Of all the pottery-making stages—centering, opening, pulling, raising the wall, and shaping—maybe the most difficult to learn is the first. Centering involves placing the clay on the wheelhead, squeezing and lifting the mound into a tall cone, pressing it back down, and exerting pressure toward the center until the clay revolves smoothly.
It sounds so easy. I’m not sure why it isn’t. Centering gives most beginners a terrible time, but there’s no skipping or fudging this step. A centered mound provides a symmetrical starting point. Even pots can’t result from uneven beginnings.
I’ve been thinking about centering lately, how hard and important it is in pottery making and, for myself, insofar as centering implies focus and calm, how hard and important it is to achieve in daily life, especially these last few years. Maybe it’s been a challenge for you, too. A lot has happened to throw us off-center.
One thing that’s cool about perfectly centered clay is it looks motionless, despite its placement on a quickly spinning wheel. Steady in the midst of commotion and impervious to the dizzying rotations, it maintains a quality of stillness. At this stage, when I palm the clay, I can feel the potential in its concentrated mass. I imagine a perfectly centered person (er, not me) would be similarly powerful: a calm presence and a calming influence, a core of peace in a violent world, but not self-centered, and not at all inert, but rather rich with readiness and prepared to bring about beautiful changes.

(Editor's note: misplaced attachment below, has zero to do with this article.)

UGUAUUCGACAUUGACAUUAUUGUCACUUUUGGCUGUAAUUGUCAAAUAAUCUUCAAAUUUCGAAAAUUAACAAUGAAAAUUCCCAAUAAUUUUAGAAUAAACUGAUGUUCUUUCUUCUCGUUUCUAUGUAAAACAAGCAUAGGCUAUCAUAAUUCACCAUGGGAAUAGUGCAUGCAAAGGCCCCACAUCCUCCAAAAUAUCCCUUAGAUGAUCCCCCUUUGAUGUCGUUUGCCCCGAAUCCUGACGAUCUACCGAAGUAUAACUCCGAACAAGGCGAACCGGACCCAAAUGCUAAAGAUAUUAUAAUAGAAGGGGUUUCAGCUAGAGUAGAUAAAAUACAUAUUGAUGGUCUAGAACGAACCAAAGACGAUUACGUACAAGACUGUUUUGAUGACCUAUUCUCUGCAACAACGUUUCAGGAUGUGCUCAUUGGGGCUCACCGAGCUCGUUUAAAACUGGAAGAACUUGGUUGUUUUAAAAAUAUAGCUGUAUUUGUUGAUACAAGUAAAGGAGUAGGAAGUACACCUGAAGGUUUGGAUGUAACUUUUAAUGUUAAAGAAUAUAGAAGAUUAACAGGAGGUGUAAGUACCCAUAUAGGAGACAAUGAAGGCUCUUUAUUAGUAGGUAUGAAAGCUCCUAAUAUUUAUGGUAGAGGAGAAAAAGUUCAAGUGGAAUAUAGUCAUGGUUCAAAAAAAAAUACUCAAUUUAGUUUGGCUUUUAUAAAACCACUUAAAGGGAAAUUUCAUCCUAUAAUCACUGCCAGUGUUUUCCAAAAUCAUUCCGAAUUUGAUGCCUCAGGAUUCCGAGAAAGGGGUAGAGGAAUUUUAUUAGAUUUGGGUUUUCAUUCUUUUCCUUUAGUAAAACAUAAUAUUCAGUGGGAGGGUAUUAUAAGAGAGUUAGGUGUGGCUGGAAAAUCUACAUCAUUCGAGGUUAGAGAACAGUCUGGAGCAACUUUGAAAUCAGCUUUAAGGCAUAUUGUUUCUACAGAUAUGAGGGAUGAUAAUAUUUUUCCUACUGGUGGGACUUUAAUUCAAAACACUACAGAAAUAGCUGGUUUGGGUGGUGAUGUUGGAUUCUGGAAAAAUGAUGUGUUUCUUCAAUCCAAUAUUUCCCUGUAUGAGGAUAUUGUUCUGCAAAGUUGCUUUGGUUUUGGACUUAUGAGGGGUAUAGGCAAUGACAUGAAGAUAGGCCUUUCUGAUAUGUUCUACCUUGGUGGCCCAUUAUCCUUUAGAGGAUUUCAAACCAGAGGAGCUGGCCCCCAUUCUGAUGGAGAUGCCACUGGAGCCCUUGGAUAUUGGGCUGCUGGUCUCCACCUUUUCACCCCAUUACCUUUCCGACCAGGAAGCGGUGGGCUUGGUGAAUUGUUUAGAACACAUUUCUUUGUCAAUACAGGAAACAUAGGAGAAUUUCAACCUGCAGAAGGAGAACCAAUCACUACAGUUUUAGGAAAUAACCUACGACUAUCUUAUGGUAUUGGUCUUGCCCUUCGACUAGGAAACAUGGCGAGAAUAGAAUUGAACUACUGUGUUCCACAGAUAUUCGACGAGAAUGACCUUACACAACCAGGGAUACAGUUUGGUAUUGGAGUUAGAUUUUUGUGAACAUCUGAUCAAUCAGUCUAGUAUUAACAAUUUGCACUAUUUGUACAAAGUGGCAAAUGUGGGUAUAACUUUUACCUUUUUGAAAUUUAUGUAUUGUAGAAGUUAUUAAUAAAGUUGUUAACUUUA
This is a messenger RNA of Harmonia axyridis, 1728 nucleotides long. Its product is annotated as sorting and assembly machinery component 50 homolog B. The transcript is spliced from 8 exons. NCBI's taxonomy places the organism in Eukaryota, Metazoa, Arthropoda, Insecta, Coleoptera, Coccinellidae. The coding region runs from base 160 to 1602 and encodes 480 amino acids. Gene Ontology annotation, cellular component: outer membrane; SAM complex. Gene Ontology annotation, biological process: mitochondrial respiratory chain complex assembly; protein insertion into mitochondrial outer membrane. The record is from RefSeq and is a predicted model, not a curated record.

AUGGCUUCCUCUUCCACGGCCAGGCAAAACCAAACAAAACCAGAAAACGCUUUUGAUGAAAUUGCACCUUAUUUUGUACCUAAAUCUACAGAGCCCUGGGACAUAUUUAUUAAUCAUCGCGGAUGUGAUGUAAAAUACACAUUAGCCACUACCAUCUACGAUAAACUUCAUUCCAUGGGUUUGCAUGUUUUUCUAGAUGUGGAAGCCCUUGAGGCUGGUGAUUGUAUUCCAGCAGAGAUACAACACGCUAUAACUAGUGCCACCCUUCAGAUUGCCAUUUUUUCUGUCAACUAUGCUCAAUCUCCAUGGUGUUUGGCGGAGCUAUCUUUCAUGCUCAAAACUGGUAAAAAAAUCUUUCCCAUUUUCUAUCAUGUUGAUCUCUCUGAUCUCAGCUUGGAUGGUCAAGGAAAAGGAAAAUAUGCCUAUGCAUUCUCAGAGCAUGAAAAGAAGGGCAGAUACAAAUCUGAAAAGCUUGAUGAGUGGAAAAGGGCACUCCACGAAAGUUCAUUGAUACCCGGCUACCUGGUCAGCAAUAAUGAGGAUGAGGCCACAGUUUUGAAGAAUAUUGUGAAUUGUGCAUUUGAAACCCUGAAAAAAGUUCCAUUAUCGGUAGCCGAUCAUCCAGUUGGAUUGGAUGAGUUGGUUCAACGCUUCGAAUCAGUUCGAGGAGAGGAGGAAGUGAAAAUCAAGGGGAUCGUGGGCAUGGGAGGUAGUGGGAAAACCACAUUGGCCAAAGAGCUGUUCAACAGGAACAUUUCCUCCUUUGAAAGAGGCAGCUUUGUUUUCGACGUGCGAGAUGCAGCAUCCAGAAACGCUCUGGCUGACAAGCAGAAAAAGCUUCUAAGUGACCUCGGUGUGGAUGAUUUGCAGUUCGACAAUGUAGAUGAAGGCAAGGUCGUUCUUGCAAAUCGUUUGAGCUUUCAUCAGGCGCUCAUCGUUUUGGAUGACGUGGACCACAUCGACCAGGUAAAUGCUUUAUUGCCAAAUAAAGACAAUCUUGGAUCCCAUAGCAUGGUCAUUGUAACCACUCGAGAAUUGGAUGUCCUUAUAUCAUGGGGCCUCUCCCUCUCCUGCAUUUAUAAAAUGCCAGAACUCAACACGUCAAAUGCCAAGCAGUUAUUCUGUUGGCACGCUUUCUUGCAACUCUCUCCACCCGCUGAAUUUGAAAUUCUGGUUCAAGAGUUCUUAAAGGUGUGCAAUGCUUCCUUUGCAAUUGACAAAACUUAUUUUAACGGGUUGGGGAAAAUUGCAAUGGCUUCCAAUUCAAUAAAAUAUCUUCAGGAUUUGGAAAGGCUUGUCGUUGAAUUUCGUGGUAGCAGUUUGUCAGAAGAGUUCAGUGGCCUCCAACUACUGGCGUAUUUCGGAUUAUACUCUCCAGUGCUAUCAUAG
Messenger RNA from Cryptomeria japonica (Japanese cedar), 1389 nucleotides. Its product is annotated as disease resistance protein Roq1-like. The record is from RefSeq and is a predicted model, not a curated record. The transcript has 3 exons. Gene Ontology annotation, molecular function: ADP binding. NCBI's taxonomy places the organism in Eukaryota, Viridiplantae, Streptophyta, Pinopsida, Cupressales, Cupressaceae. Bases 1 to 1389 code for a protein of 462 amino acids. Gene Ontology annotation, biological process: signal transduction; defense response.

And present, too! Yes, a centered person would be present. That’s tough for me. My head gets ahead of me, usually in a bad way, dwelling on horrible things that could happen, probably because I spend so much time learning of all the horrible things currently unfolding. But as difficult as it is to think about the unthinkable and process our world’s never-ending cruelties, corruptions, inanities, and injustices, refusing to read the news clearly isn’t the answer. If we don’t stay informed, how can we bear witness and find ways to help? Escapism reeks of privilege and apathy. “The news is just so sad,” I might complain, but how lucky I am not to be the sad news.
I think again of that quality of stillness in the centered clay. While still can be defined as inaction, calm, and quiet, it can also suggest the persistence of action and perseverance. The centered clay manifests this paradox: It’s still in that it doesn’t wobble wildly, and yet it turns swiftly. It continues nevertheless. It moves still and stilly, vibrant with energy and possibility.
How to remain steady and informed? How to find peace without hiding from violent truths? I don’t know exactly how to strike a balance between respite and responsibility in this madly spinning world, but I do believe making art helps. Creating, sometimes at least, might be one such way.